The Digital Society is a term I came up with some time ago, with the idea of extending the “hype” of the Digital Home to other areas like school, eGovernment etc. I hope the term Digital Society does not suffer the same “hyped” fate of terms like the Digital Home or eCommerce before that. The use of the 2.0 suffix appears to go the same way, so I deliberaty will not use Society 2.0
So, what exactly is the Digital Society? The Digital Society aims to capture the essence of placing the citizen at the center of digital services –regardless of where these services come from — entertainment companies, Government, my employer, my bank etc.
To make this concept more understandable. I propose 5 different settings or scenarios:
A) Entertainment – Music, photos, videos, films etc. Produced by me or professionally
B) Security and comfort – Managing the appliances at home, surveillance, healthcare services
C) Shopping and commerce – Banking, shopping
D) Work – Sharing documents and tools to do office work and school/college work
E) Citizenry – Utilising government services for tax, welfare etc
As mentioned earlier, the key to the concept is “user-centricity” — where the user, based on her/his lifestyle preferences, will have different uses for the digital services. The rationale for this “user-focus” lies in the lessons learned from the PC-era.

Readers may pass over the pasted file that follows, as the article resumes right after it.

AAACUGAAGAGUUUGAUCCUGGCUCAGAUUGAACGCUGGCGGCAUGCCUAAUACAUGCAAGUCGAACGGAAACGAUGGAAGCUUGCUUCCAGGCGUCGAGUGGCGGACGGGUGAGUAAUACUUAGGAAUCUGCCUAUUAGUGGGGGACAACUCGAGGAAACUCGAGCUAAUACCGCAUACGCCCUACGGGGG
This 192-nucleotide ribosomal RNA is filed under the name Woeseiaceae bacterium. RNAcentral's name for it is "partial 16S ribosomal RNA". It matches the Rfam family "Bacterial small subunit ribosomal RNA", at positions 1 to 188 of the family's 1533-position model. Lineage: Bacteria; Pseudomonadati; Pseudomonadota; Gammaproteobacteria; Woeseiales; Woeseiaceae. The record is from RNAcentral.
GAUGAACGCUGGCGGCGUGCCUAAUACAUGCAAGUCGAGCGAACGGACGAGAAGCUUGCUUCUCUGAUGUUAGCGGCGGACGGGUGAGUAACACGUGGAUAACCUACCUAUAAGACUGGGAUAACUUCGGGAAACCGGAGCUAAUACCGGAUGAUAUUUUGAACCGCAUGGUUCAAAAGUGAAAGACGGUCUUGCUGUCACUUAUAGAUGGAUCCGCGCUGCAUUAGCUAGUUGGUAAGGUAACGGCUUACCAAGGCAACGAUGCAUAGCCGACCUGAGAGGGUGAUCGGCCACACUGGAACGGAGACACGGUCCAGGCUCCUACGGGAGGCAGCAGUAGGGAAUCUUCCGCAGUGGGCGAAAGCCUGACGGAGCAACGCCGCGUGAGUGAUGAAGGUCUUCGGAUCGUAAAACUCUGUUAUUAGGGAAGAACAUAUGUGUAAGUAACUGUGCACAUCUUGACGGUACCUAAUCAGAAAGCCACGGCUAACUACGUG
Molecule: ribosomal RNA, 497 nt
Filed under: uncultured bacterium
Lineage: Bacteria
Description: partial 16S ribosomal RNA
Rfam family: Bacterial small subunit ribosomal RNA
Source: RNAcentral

Consider the mid 1980s, the mainstream office PC was invented, Ethernet was commercially available, client-server software architecture was gaining attention. By early 1990s we had a massive proliferation of software and the de-centralisation of IT-management. From the chaos of this proliferation, we emerged with user-centered design as a key element of software design. Today, we have muliple devices (not just the PC), Internet (not just Ethernet) and we have Service Oriented Architecture (evolved from client server). It is then, tempting to extrapolate the experiences from the PC-era and expect the emergence of “Consumer Centered Design” as a key element for creating digital services.
PS! I wonder why service providers like Telcos do not realise that, their way to segment the customer (i.e. private or corporate) blatantly ignores the fact that I am BOTH a private and a corporate customer (I am me!!).